Which Yoga is Right for You?
Choosing a Yoga Style
It’s time to talk yoga. I know, I know... downward dogs and ommmmmm, right?
Well, sure, if you’re in certain styles of yoga, but what about handstands, and silks, and push-ups, and partners?
They’re all part of the yoga lexicon, and if you think yoga isn’t for you, I want to try to change your mind.
I get it. Like so many things in life, it can be paralyzing to choose from the enormous array of workouts, even in this
narrow vertical. Ashtanga, power, bikram, aerial, hatha, yin. What does it all mean? And more importantly, which one will
work for your needs?
First things first, when trying to pick a yoga style that is best for you, it is helpful if you understand some of the standard verbiage. Here are some short definitions
of common phrases heard in yoga classes (but each one has a much more detailed definition, so if you’re interested, ask your instructor to help explain!)
A yoga pose or posture.
A yoga asana often included in sun salutations and other vinyasas;
it looks like a push-up, but with elbows close to the body.
A vigorous form of breathing, meant to link breath with movement,
done in and out through the nostrils with mouth closed.
A Sanskrit term with different meanings, used in many styles of yoga.
Typically, vinyasa/vinyasas refer to the flowing motions and movements that
link poses together, often accompanied with controlled breathing.
Let’s take a closer look at the type of person you are, and the type of yoga that will probably
suit your lifestyle best.
Power yoga! This is my favorite style because it includes cardio, inversions, and lots
(and I mean, lots – holy sweatfest, BatYogi!) of challenging postures that build both strength and
flexibility. While there are plenty of modifications, this is a more advanced style of practice,
so it’s perfect to round out all of the work you’re doing when you log miles on the pavement.
Unlike other styles, power yoga doesn’t follow a specific series of postures or flows.
Some studios hold classes in a heated room, so make sure you talk with your instructor if
that’s a problem for you.
One of my very favorite activities to do with my two-year-old is family yoga.
Sometimes we practice in a studio and often we just throw our mats down on the living room
floor, put on some fun music, and get our vinyasa on. My daughter is a sun salutation master
(her chaturanga puts mine to shame) and while I spend more time making the workout fun than
leading a true fitness activity, it’s a great opportunity to show her how to celebrate her body
and her strength, and to teach her a little bit about the basics of yoga.
Look for a “Mommy-and-Me” class (unfortunately, many go by that name, even though Daddy, Auntie, Grandma,
and others are welcome to take part), which are often open to kids as young as two. Of course, be cautious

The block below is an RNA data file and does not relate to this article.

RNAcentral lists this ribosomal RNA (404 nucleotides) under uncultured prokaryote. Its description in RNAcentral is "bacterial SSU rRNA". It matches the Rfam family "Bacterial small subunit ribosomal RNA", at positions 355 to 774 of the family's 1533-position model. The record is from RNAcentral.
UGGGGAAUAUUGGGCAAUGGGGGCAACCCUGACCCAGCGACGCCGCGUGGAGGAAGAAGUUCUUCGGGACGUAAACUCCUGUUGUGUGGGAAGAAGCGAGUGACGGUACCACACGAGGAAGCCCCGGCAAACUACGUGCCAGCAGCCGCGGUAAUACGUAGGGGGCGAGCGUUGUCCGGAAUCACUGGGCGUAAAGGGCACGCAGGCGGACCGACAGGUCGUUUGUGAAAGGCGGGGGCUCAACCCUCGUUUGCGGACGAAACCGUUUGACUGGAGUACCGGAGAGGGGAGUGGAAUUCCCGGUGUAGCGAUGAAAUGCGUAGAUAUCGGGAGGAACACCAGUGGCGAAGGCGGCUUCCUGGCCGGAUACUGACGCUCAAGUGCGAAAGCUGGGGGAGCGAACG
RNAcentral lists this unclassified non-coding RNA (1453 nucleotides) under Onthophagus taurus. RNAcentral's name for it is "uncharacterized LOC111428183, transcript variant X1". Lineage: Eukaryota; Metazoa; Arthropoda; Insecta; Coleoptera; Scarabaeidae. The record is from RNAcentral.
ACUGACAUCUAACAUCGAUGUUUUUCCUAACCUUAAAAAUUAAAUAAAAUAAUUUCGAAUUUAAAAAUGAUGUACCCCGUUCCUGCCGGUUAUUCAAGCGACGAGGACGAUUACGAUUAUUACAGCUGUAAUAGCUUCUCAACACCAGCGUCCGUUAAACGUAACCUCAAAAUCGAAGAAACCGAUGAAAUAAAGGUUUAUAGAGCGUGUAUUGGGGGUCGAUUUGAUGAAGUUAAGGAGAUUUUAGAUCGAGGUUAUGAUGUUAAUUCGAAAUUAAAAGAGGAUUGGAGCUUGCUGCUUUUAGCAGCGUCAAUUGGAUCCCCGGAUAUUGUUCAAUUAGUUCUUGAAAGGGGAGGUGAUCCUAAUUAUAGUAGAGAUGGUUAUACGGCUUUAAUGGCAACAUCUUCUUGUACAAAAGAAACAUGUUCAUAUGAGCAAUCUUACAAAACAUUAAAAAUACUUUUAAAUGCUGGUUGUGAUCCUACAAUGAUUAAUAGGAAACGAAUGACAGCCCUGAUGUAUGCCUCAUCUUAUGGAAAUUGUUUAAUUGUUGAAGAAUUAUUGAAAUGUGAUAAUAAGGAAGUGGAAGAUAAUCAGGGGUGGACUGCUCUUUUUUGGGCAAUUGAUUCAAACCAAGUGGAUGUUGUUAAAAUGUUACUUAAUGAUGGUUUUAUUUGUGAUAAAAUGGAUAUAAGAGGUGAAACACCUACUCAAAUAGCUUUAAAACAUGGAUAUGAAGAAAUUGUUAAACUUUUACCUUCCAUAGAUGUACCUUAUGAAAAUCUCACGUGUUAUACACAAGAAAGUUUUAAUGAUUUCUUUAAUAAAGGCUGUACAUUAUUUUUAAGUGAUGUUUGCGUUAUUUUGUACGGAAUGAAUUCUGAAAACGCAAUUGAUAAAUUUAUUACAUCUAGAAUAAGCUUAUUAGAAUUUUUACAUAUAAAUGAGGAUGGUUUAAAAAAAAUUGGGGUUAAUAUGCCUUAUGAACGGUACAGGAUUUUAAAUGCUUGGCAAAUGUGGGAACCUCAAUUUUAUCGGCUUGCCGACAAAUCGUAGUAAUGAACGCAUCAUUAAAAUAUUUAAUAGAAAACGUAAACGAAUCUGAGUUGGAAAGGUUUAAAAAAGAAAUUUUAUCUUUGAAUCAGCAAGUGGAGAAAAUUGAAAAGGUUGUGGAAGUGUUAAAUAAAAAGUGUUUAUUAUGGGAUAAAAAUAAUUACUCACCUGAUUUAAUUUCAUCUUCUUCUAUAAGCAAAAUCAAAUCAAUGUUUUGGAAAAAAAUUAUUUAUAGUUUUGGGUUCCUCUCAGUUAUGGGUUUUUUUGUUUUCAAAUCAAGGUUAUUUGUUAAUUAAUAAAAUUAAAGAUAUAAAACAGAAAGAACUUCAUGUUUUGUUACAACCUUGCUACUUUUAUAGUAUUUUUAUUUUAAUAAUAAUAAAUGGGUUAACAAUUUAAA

with your little yogis: some postures may be too difficult for them to get into or to hold without partner
support, and any inversions should be done with supervision (to avoid any injury to the neck, back, or shoulders).
For Crossfit Addicts
Bikram yoga isn’t for everyone. Neither is Crossfit. It takes a special mental fortitude to take part in either activity,
which is why Crossfit addicts may find their home in a Bikram studio. In Bikram, the room is heated to more than
100 degrees, and instructors lead students through a series of 26 postures.
You’ll sweat before the first round, and you’ll certainly shake with every half moon pose, so be brave,
and strip down the minimum for comfort. These postures will challenge you both mentally and physically, and
if you love it, you’ll have a community of others who feel the same way.
Every yoga style can and should be modified for beginners. There’s no reason a newbie can’t be as comfortable in Bikram as they are in Yin.
But the latter style may help ease any discomfort a new yogi has. Yin poses are passive and held for longer lengths of time than in other practices.
That doesn’t mean it’s easy, but you wouldn’t be taking a 90-minute class if you wanted easy. Yin is more focused on a deeper awareness of your mental
and physical self, and usually has a quieter, more peaceful playlist.
Ashtanga is also a great style to consider – it leads students through a series of six sequences,
or series, which include postures that are linked together into vigorous flows. Instructors remind students
to focus on their breath, which leads to a very athletic practice.
For People with Injuries
Restorative yoga – can you say “ommmmm?” This style leads students through fewer poses, held for a
longer period of time, which can help blood flow to your injured or painful parts. Props are encouraged,
and instructors are generally more focused on customizing the practice to individual needs than in other styles.
For Stress Relief
Mantras can be very, very powerful, so why not find a class that’s heavy on the meditation? Almost every
style closes with at least a short period of quiet reflection, but most studios offer additional meditation
and stress relief workshops – even classes on chakras and healing oils!
For Extreme Adventure Lovers
Paddleboard yoga, anyone? How about acro yoga, done with a partner? Aerial silks? These styles are
trendy and growing quickly in popularity, because they completely dispel the notion that yoga must be
done in a quiet studio with candles and chants. In these activities, you’ll be pushed to and sometimes
past your perceived limits, and you may even forget that you’re practicing yoga at all.
Bottom line? Yoga is not one-style-fits all, so take the time to discover which type is right for you,
and which studio best fits your needs. Don’t be afraid to mix it up, or to build your own at-home practice
if you can’t find anything that suits you.
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